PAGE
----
Tourism boost for Skye thanks to new Netflix movie

Stills from Robert the Bruce movie that was filmed on Skye.
Stills from Robert the Bruce movie that was filmed on Skye.

Skye looks set for another massive boost in tourism with the forthcoming release on Netflix of the new Robert the Bruce movie.

But Highland councillors yesterday said without a ‘special deal’ from the Scottish and UK governments to claw back some of the money generated off-island by Skye’s booming economy, the island’s infrastructure would struggle to keep up with visitors’ expectations.

Three dramatic Skye locations feature in The Outlaw King which will open the Toronto International Film Festival this Thursday.

Highland Council’s tourism and film officer Colin Simpson told the Skye and Raasay committee in Portree yesterday that 2018 has been the biggest year ever for the northas a film and documentary location, rising from 198 shoots to 243, with a significant number in Skye.

But councillor Ronald MacDonald said: “We need a special deal for Skye. Businesses outside the island benefit significantly from tourism here, businesses in Inverness, the Central Belt and beyond.

“I suspect there’s a very significant increase in the tax taken out of this island over last few years, and this brings in whole thing about imposing a tourist tax, which I would be against, because I believe some of that money should be returned to the island.

“There needs to be a really massive uplift in infrastructure throughout the island.”

Committee chairman John Finlayson said: “We have unique challenges, and the infrastructure needs we’ve got doesn’t just affect tourists but locals also.

“Most of the government deals have been city deals. Maybe we need an island deal, such as the Hebrides, Orkney and Shetland are talking about.

“It’s recognised by the UK and Scottish government that the tourist sector is very important for the overall economy, that they are gaining substantially from the tourist sector.

“But for that to be sustainable, that money’s got to start coming back in with a special deal.”

Mr Simpson said two thirds of tourism providers in a survey felt the figures were up on last year, or similar.

He said: “Extrapolated from Highland figures, we’re looking at 660,000 visitors in Skye with 1.5million overnights and an economic impact of £145million.”

“Skye needs tourism investment as visitors’ behaviour is changing, they’ve got lists they’re looking to tick off.”

Bids are in to the Scottish Rural Tourism Infrastructure fund for parking, toilets and motorhome facilities in Storr, Portree and Sleat, and through the John Muir Trust, for parking and toilets in Blahbheinn.

But the rural tourism infrastructure fund will run out at the end of 2020, he warned.

Mr MacDonald said the council had written to the Scottish Government requesting such a special deal, and “it wasn’t ruled out”.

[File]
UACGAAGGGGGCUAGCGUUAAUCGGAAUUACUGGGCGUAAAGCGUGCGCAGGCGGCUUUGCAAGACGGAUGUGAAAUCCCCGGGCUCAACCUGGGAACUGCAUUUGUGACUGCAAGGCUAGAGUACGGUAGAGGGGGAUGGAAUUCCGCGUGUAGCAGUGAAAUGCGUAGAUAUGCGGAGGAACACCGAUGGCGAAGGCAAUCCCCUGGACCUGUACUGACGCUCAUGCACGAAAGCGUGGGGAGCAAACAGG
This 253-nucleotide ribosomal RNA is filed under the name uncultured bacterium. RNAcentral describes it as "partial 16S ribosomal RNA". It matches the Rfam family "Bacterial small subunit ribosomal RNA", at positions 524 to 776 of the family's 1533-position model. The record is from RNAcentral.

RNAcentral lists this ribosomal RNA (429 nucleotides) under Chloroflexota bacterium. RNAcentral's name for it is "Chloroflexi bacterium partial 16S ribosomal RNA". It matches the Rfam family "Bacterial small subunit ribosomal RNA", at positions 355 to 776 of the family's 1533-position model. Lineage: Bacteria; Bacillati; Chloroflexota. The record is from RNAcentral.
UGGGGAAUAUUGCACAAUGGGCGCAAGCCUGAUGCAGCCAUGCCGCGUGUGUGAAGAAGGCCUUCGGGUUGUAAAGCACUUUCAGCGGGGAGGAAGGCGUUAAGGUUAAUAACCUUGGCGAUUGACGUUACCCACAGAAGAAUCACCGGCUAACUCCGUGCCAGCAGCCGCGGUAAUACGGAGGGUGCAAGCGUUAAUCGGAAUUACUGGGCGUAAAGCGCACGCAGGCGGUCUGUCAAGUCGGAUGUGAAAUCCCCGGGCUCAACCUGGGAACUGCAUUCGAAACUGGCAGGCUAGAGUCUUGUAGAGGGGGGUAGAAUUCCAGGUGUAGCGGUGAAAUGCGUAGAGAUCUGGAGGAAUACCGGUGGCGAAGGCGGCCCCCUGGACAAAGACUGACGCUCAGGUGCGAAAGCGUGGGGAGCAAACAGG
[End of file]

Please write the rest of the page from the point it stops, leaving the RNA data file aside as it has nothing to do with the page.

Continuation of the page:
A Scottish Government spokesman said: “We are working to ensure that tourism on Skye – a vital part of the island’s economy – remains sustainable.

“Skye was chosen as the site of two pilot projects for the fund, and the first of those, £100k support towards car parking at Neist Point, has already been completed and making a real difference to the local community near one of Skye’s most iconic landmarks.

“Further support is also being given to the development of facilities at the Fairy Pools.

“The Scottish Government is separately also providing support towards the construction of car parking at the Quiraing.”

Skye has always been a tourist hotspot in the north, with hundreds of thousands of day tripppers, motor homers and overnighters flocking to the island every year.

But in recent times, there have been increaing concerns about the island’s capacity to cope with the holiday traffic.

Some say the roads are not good enough, others worry that parking is inadequate.

Most seem to agree investment is needed.

But the issue has caused controversy – more than 100 tourism leaders recently moved to play down the impact of high visitor numbers as they sent out a message that the island is “open for business”.

And residents of Glenfinnan, in Lochaber, want to create a safer environment for the 2,000 Harry Potter-mad visitors a day who flock to their village to glimpse the iconic steam train and viaduct, stars of two Potter movies.

The A830 Fort William to Mallaig Road to the Isles, which runs through the village with a 60mph speed limit, has no official parking for Harry Potter fans. Combined with visitors to the nearby National Trust for Scotland (NTS) Glenfinnan Monument to the fallen Jacobite clansmen, more than 400,000 people flock to the area year-round.

Visitors quickly pack out the NTS 55-space car park serving the monument and end up parking along the main road, while pedestrians wander about the area taking photographs.

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